Clinical and experimental allergy : journal of the British Society for Allergy and Clinical Immunology

Loss of asthma control and activation of coagulation and fibrinolysis.

PMID 26509255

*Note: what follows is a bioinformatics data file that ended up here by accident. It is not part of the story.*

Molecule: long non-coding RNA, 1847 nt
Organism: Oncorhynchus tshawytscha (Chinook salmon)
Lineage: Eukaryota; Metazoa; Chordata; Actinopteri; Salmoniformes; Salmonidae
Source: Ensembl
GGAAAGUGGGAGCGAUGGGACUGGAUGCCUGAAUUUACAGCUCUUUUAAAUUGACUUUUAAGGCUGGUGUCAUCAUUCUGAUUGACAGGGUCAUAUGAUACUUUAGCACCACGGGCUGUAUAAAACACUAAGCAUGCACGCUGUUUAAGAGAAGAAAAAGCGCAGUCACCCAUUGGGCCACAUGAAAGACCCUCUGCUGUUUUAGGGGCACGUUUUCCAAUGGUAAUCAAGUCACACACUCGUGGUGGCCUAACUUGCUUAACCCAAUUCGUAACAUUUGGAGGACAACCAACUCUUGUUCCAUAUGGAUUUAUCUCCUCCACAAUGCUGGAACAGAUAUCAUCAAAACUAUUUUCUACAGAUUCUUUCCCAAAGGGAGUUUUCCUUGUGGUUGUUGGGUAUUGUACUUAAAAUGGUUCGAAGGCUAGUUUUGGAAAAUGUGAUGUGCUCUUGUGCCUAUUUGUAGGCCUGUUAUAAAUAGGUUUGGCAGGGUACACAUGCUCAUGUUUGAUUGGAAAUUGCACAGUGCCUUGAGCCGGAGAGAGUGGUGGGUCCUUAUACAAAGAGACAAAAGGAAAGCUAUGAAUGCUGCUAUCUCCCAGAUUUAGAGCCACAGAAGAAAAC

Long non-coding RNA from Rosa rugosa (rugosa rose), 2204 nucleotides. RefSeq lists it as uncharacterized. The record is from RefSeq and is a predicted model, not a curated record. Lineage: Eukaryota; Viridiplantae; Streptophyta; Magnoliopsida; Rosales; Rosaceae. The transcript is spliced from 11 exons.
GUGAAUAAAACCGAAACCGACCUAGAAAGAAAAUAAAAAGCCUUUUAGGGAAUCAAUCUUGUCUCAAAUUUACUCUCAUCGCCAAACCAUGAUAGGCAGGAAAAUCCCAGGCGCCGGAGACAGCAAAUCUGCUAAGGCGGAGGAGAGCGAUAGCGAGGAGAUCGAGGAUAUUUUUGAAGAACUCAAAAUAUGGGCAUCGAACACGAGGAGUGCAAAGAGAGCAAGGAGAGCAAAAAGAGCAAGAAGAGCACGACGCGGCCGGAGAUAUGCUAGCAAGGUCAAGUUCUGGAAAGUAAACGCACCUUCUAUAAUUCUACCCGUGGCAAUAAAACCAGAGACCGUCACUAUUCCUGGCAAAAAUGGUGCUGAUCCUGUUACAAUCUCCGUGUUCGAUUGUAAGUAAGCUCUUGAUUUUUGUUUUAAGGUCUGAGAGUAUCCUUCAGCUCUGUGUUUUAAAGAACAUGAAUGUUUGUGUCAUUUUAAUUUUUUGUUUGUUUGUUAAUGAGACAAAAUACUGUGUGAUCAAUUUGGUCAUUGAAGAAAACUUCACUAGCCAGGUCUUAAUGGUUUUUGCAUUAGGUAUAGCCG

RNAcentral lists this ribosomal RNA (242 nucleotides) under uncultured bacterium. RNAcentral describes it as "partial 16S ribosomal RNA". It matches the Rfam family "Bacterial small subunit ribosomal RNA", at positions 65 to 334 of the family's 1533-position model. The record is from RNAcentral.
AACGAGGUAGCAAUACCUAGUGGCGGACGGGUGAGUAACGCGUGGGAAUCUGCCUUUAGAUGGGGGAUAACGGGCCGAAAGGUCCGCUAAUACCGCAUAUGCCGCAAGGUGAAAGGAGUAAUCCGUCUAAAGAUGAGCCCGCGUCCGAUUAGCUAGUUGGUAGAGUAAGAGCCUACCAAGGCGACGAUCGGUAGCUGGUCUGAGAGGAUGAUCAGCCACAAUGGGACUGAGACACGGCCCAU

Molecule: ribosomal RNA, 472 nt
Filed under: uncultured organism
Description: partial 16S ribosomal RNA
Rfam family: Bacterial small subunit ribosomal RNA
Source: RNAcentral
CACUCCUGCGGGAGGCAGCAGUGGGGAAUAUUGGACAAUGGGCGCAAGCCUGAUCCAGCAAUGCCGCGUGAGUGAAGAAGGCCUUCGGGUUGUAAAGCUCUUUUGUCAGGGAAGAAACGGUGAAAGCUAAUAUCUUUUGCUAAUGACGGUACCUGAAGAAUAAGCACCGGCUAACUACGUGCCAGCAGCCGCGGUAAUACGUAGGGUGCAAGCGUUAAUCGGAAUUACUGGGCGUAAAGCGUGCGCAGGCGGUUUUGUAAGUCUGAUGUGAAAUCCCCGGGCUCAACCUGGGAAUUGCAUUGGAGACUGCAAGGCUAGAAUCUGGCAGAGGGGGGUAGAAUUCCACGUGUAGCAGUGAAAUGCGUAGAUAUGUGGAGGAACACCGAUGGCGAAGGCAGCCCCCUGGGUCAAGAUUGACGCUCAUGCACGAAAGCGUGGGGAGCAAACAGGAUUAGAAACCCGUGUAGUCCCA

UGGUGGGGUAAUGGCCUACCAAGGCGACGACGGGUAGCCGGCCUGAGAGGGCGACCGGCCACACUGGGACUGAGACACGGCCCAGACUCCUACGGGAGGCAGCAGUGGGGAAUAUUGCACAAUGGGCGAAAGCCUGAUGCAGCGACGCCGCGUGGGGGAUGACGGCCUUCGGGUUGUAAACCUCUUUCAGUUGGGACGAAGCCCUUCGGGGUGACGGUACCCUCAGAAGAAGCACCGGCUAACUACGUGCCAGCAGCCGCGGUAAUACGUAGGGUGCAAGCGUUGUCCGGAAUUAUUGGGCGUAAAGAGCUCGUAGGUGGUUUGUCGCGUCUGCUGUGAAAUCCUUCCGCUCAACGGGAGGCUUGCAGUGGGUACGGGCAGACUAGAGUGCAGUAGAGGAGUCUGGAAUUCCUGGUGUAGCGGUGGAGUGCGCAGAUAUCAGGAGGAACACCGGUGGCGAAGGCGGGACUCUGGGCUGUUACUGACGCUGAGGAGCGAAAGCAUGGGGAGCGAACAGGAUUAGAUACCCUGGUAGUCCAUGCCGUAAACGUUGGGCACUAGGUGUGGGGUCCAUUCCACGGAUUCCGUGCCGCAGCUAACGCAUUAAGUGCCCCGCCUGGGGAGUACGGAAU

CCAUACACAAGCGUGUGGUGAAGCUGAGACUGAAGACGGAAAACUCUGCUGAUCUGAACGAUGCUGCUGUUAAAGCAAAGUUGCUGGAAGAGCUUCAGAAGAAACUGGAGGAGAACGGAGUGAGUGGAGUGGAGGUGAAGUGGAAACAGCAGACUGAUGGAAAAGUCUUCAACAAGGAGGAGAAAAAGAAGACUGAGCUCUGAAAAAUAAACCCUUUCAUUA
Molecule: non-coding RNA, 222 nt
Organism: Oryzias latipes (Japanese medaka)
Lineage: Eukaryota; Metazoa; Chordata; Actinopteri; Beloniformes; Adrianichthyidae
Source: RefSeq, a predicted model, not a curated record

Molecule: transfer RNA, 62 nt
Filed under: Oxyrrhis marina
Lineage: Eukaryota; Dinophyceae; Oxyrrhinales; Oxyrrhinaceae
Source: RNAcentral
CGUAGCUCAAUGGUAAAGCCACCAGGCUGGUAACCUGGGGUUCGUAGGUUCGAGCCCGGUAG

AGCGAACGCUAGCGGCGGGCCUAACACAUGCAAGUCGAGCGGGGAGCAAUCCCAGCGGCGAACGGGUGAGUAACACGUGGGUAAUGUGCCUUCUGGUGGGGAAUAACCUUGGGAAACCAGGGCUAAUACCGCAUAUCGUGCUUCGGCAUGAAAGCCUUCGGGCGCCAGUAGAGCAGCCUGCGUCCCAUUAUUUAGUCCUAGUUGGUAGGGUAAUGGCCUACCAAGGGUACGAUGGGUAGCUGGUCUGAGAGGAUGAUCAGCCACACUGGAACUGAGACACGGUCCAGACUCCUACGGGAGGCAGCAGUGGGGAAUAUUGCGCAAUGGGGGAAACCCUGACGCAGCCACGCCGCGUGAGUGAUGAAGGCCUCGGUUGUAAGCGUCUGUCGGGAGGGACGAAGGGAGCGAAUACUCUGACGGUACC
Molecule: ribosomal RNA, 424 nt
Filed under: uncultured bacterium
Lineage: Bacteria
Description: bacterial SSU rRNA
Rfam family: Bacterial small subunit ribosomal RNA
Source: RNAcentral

Epidemiologic studies have shown that patients with severe asthma have increased risk of pulmonary embolism, in particular patients with frequent asthma exacerbations. Therefore, we hypothesized that asthma exacerbations are associated with increased haemostatic activity. To investigate whether induced loss of asthma control is associated with changes in coagulation and fibrinolytic parameters in peripheral blood. We performed a prospective, inhaled steroid withdrawal study in 23 patients with moderate to moderately severe asthma, consisting of a baseline visit and a visit after loss of asthma control. During the visits, we measured asthma control questionnaire (ACQ), atopy, lung function, inflammatory markers (eosinophils and neutrophils), and haemostatic parameters in plasma. Complete cessation of inhaled corticosteroids led to a loss of asthma control in 22 of 23 patients. We found increased asthma symptoms (ACQ 0.9 vs. 2.9, P < 0.01), significantly reduced lung function (forced expiratory volume in 1 s (FEV1) 3.51L vs. 3.13L, P < 0.01) and increased levels of eosinophils in plasma (0.26 × 10(E9)/L vs. 0.16 × 10(E9)/L, P = 0.03) in patients after loss of asthma control. However, we observed no significant changes in the coagulation and fibrinolysis parameters. Loss of asthma control after cessation of inhaled corticosteroids does not lead to increased haemostatic activation in patients with moderate to moderately severe asthma. This suggests that more severe inflammation or additional risk factors are required for activation of coagulation or reduction of fibrinolysis in asthma.